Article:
• Quality Level C: Quality Level C focuses on corroborating existing information through onsite surveys. Consultants meticulously search for visual indicators of utilities, such as sewer covers or valve boxes, and compare their findings with available records. This level can provide useful information, but its reliance on surface indicators means that the exact location can be a mystery once the utility goes underground.
  • Quality Level D: Quality Level D represents the least definitive level of assurance. This level relies solely on the consultation of existing utility records and readily available information. While offering a starting point, its dependence on potentially outdated or incomplete documentation limits its reliability and suitability for critical projects.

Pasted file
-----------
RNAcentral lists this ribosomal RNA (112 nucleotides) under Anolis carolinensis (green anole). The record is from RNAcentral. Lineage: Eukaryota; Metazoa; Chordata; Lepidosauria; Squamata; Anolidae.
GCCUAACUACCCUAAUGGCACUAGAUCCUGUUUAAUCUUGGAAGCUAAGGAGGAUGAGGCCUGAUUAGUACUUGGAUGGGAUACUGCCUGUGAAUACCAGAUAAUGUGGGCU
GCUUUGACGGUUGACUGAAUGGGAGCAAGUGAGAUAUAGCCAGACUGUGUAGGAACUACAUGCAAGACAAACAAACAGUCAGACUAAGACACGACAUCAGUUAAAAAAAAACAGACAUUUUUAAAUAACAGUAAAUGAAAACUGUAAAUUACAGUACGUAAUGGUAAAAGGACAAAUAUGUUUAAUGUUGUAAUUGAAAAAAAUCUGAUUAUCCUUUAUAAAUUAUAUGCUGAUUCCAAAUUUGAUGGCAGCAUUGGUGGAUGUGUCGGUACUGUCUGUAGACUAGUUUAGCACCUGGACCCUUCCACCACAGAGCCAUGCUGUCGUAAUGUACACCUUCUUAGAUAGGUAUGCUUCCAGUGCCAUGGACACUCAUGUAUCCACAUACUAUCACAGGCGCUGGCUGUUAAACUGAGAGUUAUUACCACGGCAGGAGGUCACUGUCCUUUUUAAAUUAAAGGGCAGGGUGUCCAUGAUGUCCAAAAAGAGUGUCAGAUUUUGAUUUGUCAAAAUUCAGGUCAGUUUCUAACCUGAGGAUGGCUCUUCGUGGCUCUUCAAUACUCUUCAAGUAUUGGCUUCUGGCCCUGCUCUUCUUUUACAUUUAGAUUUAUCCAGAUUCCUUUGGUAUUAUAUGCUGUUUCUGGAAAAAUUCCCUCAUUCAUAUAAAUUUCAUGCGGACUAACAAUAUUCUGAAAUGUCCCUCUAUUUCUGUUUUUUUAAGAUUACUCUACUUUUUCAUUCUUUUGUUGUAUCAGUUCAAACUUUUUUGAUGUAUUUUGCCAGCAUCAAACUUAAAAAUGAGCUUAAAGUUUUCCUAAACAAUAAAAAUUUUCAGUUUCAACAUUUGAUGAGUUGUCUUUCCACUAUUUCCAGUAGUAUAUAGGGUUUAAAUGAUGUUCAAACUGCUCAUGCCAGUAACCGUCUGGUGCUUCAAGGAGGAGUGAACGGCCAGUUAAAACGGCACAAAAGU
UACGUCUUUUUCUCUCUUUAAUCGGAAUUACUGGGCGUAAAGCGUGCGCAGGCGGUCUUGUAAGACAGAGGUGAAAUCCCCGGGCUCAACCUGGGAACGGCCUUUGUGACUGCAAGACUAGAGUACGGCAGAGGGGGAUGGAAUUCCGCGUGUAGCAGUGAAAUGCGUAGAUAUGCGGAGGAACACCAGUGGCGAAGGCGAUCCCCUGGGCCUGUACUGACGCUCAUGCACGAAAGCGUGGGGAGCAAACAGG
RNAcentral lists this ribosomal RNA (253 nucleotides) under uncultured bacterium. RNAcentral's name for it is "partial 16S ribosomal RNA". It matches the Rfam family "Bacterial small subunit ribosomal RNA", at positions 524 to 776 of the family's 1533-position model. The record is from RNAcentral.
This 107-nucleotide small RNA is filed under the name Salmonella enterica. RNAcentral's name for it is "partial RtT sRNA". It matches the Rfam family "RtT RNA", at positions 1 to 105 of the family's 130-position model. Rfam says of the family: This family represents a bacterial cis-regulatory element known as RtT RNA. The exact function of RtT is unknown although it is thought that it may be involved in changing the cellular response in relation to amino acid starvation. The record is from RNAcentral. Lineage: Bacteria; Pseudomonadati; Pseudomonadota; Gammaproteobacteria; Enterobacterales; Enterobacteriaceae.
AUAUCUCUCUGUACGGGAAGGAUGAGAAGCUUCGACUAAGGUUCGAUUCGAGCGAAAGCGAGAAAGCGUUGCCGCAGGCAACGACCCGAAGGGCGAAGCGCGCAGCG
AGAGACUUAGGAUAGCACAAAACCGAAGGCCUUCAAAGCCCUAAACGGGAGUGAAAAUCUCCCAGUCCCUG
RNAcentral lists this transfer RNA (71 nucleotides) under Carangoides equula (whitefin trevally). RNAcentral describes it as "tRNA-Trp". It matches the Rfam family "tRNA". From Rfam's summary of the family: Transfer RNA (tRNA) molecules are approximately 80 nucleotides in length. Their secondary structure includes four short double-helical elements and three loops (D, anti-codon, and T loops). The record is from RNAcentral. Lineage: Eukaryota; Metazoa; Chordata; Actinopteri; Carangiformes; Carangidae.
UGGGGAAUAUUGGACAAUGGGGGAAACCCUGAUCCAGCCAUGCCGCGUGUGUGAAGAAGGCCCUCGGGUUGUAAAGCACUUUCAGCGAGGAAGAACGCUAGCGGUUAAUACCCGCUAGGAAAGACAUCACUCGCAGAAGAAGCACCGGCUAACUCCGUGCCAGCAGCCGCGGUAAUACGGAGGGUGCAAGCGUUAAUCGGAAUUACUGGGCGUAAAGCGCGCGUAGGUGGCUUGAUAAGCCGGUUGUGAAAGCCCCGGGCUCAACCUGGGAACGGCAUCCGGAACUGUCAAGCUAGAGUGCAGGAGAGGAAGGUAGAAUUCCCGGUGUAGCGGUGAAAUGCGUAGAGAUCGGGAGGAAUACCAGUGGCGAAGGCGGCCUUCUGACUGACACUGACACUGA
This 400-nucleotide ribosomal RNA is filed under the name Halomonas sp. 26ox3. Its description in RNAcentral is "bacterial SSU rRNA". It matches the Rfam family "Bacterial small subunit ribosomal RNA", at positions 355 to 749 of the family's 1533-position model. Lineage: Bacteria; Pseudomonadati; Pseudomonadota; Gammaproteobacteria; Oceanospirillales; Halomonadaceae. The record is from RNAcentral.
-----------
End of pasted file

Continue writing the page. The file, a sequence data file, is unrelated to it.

At 4M, we've set out to modernize the process of underground mapping. Our Utility AI and Analytics Solution transforms the way utility infrastructure mapping is done, delivering reliable, real-time utility data to mitigate risk during the earliest, most cost-effective stages of construction for any project at any scale.

Chris Garafola

With over a decade of experience spanning agencies and innovative startups, Chris is a dedicated content marketing leader, driven by the belief that content isn't just about consumption; it's about leaving a lasting impact on the person who engages with it. Inspired by 4M's mission to create the first online database of subsurface utilities in the U.S., Chris is eager to illuminate one of the infrastructure industry's most pressing issues and champion innovative solutions that deeply resonate with general contractors and civil engineers to address these challenges.